Walton said he emptied his pockets of all personal possessions before climbing the ladder to his cockpit, so that if he were captured by Iraqi forces they would learn no more about him than the rudimentary information engraved on his dogtags. "I've been saying prayers since we got here," Walton said.
Pilots who made daylight runs later today reported more intense antiaircraft fire. "The kitchen sink was coming up through the clouds," one said.
Col. Dave Eberly complained of another problem encountered Thursday afternoon by some pilots -- bad weather. A raid by about three dozen F-16A fighters encountered heavy cloud cover and many pilots, unable to see their targets, returned to base with their full bomb loads, Eberly said.
Meanwhile, as the intensive air raids dominate the first days and possibly weeks of the war, ground troops are beginning to move into attack positions closer to the Kuwaiti border.
A three-brigade army engineering group began packing Thursday for deployment closer to the front lines. When the ground war begins, part of the unit's mission could include reaching the heavily fortified Iraqi tanks and infantry entrenchments, clearing minefields and barbed-wire obstacles.
"We have been studying a long list of all the mines the Iraqis have," including some with special switches and sensitive triggering devices that "are difficult to disarm and disable," said Spec. 4 Charles Vondal, a 20-year-old North Dakota native and a combat specialist for the engineering unit.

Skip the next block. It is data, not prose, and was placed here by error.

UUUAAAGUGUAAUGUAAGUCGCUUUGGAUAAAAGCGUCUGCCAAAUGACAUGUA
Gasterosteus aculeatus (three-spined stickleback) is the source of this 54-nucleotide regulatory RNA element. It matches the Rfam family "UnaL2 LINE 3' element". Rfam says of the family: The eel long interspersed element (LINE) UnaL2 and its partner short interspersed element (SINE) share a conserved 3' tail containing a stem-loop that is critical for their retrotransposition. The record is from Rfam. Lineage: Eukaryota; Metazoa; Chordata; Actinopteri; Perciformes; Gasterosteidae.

Near the engineering encampment, a Saudi highway was jammed with westbound trucks, tanks, armored personnel carriers and other military vehicles also moving to new locations in the desert.
In another area of the desert, U.S. military forces reported that Iraqi artillery units shelled the Saudi border post of Khafji on Thursday, driving some citizens and Saudi soldiers from the area and touching off a major fire in a nearby oil refinery.
As a massive column of black smoke rose into the air, U.S. military officials attempted to screen the fleeing citizens for possible Iraqi-controlled terrorists.
A Kuwaiti official living in exile in Saudi Arabia said Thursday that doctors at two Kuwaiti hospitals told him they have been overwhelmed with hundreds of wounded Iraqi soldiers as a result of U.S. and allied attacks inside Kuwait. U.S. military officials said they could not confirm those reports.
© Copyright 1991 The Washington Post